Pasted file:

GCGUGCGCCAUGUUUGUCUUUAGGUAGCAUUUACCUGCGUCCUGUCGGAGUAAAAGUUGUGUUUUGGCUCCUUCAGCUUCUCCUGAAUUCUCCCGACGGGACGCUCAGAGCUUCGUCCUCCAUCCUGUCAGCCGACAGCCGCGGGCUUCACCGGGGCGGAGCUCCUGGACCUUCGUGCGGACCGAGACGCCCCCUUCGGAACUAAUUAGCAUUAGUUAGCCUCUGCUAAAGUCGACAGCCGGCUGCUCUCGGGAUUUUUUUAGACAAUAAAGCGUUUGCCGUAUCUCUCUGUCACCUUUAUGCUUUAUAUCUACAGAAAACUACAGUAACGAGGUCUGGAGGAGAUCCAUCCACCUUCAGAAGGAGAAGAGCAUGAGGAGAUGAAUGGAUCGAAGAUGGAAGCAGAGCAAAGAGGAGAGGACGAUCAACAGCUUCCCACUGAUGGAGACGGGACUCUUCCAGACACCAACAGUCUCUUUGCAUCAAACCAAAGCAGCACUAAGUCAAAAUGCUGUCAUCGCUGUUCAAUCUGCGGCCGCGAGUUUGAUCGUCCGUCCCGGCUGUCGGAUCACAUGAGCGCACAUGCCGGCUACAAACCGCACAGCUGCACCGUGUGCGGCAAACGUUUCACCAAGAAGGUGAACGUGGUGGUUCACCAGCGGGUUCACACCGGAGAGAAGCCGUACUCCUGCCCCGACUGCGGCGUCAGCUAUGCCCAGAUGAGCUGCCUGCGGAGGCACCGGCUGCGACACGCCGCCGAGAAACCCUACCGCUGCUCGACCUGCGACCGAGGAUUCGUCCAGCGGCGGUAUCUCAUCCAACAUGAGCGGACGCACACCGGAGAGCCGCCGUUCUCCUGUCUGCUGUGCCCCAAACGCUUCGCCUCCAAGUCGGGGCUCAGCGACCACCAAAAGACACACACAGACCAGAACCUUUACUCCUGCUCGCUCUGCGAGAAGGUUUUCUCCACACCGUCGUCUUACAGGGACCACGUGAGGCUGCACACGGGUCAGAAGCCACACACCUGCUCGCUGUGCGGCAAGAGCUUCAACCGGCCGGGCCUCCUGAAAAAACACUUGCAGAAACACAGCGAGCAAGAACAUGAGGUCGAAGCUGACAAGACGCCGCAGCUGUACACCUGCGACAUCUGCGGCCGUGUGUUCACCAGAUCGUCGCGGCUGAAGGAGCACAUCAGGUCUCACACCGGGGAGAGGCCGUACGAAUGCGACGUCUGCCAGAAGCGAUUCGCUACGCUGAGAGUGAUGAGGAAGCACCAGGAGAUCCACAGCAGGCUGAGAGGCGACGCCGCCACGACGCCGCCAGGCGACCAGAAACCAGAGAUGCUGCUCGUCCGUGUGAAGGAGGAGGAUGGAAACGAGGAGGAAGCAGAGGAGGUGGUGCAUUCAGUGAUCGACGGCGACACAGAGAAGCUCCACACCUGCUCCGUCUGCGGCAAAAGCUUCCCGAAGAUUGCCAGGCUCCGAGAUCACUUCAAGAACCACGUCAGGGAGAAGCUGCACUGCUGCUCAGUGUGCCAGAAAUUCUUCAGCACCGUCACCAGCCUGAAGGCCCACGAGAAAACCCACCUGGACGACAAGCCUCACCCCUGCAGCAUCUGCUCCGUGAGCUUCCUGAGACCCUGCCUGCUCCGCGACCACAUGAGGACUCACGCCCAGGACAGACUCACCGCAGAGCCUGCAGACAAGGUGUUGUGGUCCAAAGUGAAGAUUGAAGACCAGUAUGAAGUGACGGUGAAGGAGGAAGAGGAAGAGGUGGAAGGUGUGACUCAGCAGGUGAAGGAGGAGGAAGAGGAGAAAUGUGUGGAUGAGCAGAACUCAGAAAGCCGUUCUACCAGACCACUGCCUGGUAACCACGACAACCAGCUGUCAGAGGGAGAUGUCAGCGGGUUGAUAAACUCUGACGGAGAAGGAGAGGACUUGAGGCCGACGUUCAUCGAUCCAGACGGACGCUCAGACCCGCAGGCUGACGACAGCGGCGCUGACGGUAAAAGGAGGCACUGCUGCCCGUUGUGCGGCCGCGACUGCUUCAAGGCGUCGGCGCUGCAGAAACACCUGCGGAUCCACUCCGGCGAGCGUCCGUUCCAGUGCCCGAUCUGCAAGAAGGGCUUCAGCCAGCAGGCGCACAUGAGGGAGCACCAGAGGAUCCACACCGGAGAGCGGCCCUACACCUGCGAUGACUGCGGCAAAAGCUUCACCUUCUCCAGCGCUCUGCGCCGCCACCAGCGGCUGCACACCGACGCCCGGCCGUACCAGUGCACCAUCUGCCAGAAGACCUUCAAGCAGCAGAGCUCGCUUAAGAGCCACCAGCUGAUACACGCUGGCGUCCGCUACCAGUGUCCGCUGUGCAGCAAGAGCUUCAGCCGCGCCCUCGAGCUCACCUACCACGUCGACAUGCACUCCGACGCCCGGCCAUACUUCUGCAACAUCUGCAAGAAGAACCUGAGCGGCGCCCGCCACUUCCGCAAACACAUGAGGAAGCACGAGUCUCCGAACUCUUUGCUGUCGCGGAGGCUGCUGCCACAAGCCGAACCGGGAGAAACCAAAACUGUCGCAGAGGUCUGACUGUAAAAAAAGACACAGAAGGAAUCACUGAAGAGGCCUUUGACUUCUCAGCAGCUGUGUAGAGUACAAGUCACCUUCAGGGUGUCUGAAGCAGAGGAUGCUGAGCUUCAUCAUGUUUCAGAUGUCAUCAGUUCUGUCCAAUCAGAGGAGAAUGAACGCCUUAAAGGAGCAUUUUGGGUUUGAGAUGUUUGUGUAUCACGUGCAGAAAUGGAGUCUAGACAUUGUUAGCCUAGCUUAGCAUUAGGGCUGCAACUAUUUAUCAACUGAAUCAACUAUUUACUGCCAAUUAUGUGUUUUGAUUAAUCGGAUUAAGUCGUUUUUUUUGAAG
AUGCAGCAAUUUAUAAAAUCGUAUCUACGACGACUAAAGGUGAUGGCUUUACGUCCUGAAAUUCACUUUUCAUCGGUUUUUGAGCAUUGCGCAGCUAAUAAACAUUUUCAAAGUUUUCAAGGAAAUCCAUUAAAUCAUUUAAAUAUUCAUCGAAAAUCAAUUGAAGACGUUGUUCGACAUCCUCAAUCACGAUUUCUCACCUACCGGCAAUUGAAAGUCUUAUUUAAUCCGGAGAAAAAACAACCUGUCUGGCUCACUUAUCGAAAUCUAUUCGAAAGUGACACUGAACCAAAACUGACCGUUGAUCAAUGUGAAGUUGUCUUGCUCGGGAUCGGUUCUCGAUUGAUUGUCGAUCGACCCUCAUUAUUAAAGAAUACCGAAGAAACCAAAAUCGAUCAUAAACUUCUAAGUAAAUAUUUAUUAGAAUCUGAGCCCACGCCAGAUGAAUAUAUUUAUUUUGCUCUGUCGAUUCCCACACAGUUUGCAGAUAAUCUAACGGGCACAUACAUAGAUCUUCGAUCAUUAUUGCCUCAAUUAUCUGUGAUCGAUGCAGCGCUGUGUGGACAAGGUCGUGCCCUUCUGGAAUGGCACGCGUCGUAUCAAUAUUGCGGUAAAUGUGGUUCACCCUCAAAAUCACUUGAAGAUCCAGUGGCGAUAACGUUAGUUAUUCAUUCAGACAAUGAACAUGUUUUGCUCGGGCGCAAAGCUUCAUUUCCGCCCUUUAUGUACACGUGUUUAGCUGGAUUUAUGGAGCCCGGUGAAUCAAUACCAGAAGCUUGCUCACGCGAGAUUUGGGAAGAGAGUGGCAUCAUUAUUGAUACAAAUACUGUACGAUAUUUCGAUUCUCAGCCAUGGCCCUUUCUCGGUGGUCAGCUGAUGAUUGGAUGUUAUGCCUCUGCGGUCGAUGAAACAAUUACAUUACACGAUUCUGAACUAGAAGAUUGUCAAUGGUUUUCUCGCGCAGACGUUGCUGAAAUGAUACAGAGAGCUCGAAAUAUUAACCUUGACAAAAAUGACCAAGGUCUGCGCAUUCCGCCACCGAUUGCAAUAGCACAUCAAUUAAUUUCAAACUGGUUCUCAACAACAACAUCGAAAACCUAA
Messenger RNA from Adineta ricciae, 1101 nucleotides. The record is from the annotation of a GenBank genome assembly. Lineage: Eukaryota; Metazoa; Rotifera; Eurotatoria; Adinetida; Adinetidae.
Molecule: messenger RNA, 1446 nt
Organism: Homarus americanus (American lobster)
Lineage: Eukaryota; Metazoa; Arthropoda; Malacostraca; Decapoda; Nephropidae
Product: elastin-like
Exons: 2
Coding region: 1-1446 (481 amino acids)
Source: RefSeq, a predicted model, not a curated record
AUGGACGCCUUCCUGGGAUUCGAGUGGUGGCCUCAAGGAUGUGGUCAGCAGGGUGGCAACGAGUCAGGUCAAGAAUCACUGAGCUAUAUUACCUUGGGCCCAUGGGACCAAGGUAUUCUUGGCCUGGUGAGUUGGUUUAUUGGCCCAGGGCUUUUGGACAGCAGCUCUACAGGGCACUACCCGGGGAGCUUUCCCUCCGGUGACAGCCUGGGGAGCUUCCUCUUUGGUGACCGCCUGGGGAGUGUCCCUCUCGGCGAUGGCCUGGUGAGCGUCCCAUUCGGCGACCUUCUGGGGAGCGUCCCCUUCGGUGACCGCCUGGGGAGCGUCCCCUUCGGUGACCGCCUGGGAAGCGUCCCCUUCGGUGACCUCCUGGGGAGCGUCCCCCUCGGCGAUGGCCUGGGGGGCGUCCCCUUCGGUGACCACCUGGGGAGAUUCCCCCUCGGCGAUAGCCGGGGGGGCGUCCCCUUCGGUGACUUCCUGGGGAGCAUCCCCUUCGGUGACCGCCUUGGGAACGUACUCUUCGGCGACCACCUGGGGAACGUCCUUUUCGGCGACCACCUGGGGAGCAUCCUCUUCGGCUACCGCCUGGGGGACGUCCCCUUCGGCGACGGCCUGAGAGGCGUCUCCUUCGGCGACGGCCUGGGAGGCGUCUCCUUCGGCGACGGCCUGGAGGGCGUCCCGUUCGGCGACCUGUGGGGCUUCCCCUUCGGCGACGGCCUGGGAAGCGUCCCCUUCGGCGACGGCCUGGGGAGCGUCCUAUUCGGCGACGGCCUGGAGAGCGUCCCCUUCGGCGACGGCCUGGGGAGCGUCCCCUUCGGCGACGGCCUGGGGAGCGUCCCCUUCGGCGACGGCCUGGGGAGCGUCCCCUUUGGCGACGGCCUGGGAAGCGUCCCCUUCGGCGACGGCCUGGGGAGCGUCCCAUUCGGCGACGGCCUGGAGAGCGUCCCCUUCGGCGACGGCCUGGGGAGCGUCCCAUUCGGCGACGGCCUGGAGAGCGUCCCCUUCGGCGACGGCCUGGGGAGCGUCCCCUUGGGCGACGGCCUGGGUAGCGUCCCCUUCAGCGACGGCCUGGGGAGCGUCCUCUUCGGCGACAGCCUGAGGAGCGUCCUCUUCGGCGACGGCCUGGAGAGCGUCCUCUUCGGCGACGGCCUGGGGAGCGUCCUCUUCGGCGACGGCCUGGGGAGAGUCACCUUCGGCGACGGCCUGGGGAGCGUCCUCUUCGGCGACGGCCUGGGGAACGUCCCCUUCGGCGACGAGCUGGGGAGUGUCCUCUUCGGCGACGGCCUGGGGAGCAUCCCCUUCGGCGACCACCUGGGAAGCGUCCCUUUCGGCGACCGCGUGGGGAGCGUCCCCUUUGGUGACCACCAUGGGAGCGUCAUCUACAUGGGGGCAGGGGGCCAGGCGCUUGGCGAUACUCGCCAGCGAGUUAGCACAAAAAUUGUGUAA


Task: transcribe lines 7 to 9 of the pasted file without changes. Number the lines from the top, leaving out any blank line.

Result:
Product: elastin-like
Exons: 2
Coding region: 1-1446 (481 amino acids)